Close down Michael Ballack and Torsten Frings. Be aggressive. Dominate them at every opportunity. Stop the ball going down the wings. We were really well prepared for this game. Every player knew what he had to do and for much of the game we stopped Germany coming forward. But they are a good team with good players and we knew that we would not be able to stop them every time. So when they did attack we had to rely on our defence to keep them out and it did the job.
Funnily enough, it is easier to prepare against a team like Germany than it is to play Austria. The better the team, the more predictable they are – and I don't mean that as an insult. Germany can switch systems, they have players who can win the game with a piece of brilliance in a split second – but we know how they play.
It is the same with Manchester United, for example – they have a way of playing. It then becomes a case of whether your players are good enough to stop them.
In Croatia, they still want more
It is unbelievable. Back home we still got criticism for only beating Austria 1-0 last Sunday. There were parts of our media who had presented the Austrians as being at the same level as a non-league team. They said we should have beaten them 4-0. They said we sat back too much in the later stages. What they did not take into account was we were playing the co-hosts, in Vienna, on the opening weekend of the tournament. We were also under extreme psychological pressure to win the game. It was a great performance.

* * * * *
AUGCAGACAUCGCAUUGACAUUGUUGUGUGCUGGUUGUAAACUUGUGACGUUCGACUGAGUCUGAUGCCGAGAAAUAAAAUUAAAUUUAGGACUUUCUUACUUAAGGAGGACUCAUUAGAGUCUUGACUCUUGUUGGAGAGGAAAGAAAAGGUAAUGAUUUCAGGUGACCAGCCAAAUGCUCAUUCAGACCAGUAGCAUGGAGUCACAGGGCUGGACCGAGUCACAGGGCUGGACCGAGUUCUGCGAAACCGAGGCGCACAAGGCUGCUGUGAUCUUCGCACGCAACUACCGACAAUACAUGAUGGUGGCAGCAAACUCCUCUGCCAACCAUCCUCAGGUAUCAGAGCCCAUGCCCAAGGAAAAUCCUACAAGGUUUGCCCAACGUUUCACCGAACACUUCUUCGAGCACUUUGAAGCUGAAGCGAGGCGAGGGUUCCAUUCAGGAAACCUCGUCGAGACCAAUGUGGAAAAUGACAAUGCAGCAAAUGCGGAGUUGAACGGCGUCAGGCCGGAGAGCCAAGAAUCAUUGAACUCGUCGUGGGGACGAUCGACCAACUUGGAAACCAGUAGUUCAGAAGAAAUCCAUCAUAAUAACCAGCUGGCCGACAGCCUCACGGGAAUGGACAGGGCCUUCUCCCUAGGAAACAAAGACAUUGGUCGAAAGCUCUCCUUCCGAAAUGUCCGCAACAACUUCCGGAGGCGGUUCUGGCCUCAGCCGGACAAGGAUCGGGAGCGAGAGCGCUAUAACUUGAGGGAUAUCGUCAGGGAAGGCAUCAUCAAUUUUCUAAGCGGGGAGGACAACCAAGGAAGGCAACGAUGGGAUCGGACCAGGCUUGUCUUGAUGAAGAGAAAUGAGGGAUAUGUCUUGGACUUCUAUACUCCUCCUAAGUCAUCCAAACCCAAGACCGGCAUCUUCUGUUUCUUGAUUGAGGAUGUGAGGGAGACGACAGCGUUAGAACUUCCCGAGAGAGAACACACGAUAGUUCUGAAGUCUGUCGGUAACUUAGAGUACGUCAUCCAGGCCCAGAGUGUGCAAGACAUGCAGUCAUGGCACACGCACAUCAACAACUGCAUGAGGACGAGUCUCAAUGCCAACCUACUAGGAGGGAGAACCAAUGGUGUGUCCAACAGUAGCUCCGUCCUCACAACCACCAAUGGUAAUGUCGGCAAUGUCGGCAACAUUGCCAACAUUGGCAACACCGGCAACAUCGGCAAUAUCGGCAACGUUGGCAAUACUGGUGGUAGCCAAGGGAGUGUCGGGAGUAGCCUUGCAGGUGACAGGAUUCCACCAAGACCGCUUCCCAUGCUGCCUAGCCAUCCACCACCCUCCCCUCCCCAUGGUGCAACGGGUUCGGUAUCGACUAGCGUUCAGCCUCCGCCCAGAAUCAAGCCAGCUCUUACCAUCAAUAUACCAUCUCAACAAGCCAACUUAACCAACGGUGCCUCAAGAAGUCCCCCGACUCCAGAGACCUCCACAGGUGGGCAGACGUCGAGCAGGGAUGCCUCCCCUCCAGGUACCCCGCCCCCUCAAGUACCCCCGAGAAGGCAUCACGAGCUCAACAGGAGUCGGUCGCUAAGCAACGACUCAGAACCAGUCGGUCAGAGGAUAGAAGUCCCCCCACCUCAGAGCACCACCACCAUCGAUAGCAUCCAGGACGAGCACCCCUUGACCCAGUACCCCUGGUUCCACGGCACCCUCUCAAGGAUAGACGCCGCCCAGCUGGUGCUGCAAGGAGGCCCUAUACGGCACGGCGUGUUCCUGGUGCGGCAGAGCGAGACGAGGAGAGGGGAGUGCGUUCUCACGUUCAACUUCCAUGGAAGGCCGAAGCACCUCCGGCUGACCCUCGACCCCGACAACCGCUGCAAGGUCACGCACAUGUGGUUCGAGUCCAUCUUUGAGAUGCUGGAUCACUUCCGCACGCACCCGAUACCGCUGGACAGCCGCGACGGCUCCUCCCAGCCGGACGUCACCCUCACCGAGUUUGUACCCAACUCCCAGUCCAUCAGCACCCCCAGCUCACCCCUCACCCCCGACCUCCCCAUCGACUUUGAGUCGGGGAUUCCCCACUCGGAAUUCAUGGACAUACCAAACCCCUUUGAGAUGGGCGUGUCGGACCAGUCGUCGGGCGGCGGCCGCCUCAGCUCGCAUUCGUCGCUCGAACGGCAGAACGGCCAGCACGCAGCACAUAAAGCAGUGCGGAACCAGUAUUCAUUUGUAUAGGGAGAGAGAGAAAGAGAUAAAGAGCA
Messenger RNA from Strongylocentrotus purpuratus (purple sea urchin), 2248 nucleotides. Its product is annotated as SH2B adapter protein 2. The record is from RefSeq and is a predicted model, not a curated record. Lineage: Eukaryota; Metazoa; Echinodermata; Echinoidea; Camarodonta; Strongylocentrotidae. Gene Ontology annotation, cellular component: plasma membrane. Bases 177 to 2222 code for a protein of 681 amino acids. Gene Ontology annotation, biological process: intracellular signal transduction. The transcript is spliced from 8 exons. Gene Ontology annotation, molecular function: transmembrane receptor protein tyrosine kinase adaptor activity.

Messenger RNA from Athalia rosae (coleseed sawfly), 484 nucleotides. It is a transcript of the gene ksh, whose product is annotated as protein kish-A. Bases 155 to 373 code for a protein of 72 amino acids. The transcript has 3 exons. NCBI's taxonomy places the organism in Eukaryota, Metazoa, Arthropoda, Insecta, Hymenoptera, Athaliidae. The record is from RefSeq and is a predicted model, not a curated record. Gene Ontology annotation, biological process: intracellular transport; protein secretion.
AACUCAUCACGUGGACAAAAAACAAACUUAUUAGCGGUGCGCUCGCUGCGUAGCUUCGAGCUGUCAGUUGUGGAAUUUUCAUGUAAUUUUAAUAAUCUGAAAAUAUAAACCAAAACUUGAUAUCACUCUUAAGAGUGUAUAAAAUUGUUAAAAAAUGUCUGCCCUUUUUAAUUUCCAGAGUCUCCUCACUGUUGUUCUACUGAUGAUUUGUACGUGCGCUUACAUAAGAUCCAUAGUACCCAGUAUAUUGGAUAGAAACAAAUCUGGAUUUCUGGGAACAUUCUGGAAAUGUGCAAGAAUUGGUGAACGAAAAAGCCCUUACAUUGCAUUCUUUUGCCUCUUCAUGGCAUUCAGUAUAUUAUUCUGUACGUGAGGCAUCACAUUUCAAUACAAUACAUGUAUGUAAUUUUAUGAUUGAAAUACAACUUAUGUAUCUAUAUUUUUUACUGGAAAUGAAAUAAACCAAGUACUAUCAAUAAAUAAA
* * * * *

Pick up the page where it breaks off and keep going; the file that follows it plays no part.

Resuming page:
I like open football, but stakes are high
Whenever we play, we try to play good, open football. That has not been the case with every team; for example, Greece's approach against Sweden on Tuesday was very old-fashioned and defensive. Then, the criticism was justified; in fact, Greece have been slaughtered by the media for the way they played. It shows that people are not just bothered about the results, they like – within reason – to see teams playing with style, too.
We will always try to play good football but people need to remember we cannot go crazy and attack with 10 men every time we get the ball. This is an international tournament, you have to be a bit cleverer than that.
Pepe's caught my eye
As well as my own players, there have been some good individual performances. I like Pepe, of Portugal, who I have not seen that much of at Real Madrid because of his injuries. David Villa, Zlatan Ibrahimovic and Deco, too. Not surprising choices but very good players.